Seasonal News - November 2017
Frozen Alaskan Cod fillet has become a very popular seafood item. It has
many appealing aspects which make it attractive to restaurants and markets. It is considered sustainable by the Monterey Bay
Aquarium. The fillets are “candled”, which means they are run over a light so that all pin bones stand out and can be removed.
The flaky white meat is perfect for fish and chips and the price point makes it affordable for everyone from fast food to white
table cloth dining.
The Cod season will begin on January 1st in Alaska. The last few years have
yielded smaller fish and also less of them. This combination of circumstances has led to continuous price increases but the fish remains
a good value in comparison to other seafood choices. Consider this item for your menu and remember to keep your mind open as far as
choosing the size of fillet that you want - the smaller fillets will continue to represent the best value.
Winter is the time to put more live shellfish on your menu and in your seafood case. The summer months and accompanying warmer
waters are known as the spawning time for Clams, Oysters and Mussels. The meat size on shellfish is typically smaller in the summer
and the shelf life diminishes. As we get into the colder weather, the quality of clams, oysters and mussels greatly improves.
Here is a look at the fresh live shellfish that we normally stock:
We can get many other varieties of fresh shellfish with advance notice. And don't forget to save your shellfish tags for 90 days! It's the law!
- Littleneck Clams from the East Coast
- Manila Clams from British Columbia
- Blue Mussels from Prince Edward Island
- Hybrid Large Mussels from Salt Spring Island in British Columbia
- Mediterranean Mussels from Washington State
- Buckley Bay Oysters from Vancouver Island British Columbia Canada
- Chesapeake Oysters from the Mid Atlantic USA
The Wild Salmon season along the West Coast is closed for the year and it was not a really
successful one. In fact, the United States Congress is considering a resolution that would declare the season a disaster and provide relief to
affected parties. This practice is becoming more common as changing ocean conditions impact a variety of fisheries. Eight fishery failure requests
since 2015, including the 2015-16 Dungeness crab and rock crab in California, the Klamath River fall Chinook fishery (Yurok Tribe) in 2016 and the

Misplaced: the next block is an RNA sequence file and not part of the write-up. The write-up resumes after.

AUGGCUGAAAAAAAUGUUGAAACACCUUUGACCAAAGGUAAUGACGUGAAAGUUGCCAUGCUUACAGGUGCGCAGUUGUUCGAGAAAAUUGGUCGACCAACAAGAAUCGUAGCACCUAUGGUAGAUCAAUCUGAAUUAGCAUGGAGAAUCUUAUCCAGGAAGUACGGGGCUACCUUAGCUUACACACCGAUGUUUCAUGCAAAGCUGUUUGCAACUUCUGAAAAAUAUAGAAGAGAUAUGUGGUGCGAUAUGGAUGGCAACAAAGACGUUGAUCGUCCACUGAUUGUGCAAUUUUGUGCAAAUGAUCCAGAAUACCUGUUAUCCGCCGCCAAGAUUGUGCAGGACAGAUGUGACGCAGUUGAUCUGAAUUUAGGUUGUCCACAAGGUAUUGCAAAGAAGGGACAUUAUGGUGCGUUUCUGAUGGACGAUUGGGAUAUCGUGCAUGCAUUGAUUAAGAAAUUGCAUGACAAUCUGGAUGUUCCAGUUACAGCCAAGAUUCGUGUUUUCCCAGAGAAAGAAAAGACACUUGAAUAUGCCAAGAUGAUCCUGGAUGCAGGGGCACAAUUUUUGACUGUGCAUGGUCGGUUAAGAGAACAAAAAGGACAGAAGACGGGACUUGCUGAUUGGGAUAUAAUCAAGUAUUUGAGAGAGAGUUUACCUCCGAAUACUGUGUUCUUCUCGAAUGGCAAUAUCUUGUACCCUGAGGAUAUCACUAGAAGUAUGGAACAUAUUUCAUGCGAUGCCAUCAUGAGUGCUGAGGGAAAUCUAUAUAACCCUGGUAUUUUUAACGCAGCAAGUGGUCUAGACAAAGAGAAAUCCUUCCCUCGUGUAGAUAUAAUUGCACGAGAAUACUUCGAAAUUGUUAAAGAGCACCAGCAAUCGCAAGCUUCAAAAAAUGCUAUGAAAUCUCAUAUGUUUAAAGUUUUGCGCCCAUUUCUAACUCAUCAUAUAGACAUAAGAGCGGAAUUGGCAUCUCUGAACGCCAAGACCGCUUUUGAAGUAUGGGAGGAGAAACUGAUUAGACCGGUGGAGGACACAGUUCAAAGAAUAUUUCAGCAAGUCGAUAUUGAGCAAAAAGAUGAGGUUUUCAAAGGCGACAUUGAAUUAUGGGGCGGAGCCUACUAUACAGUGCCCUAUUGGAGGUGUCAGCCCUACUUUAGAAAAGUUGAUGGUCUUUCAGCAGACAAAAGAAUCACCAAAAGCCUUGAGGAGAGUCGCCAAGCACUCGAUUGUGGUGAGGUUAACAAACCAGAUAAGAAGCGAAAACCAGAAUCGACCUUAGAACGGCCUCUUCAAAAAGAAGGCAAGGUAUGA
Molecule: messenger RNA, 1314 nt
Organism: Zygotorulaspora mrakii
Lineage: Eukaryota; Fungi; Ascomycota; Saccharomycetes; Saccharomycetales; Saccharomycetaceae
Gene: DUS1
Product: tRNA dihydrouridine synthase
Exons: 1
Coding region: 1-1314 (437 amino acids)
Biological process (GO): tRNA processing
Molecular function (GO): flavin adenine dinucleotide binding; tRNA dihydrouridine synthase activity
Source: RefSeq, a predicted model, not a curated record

Washington Salmon Ocean Troll fishery in 2016 have been formally declared failures. Eight others, including the Klamath River fall Chinook tribal
fishery and California and Oregon Ocean troll salmon seasons for 2016 and 2017 are pending. Look for frozen at sea salmon prices to come in quite
a bit higher than last year, particularly Kings.
One bright light on the Salmon market is the changing attitude of Sustainability Rating groups
towards farmed Salmon. After the many decades of bad press, Salmon farms all over the world have worked hard to change the public image of their product
by making their farming processes more sustainable and eco-friendly. The major issues that caused the public to shy away from the fish included
overcrowding in the pens, antibiotics and other additives in the feed, fish escape and pollution caused by the stationary penned fish. Many (but not all)
farms have changed to meet the public demand and are now getting a resurgence of better press. It is important to check the Monterey Bay Aquarium's website
to see exactly which fish are improving their practices. We carry Marine Harvest and Cermaq from British Columbia, both of which carry a Yellow Light rating.
Mexican Shrimp price is trending lower than last year. There are good values to be had on 13/15 and
16/20 size of Wild shell on whites. The farmed Asian Shrimp market is also showing signs of good value. Consider more Shrimp on your menu - it is the #1
selling seafood in the USA.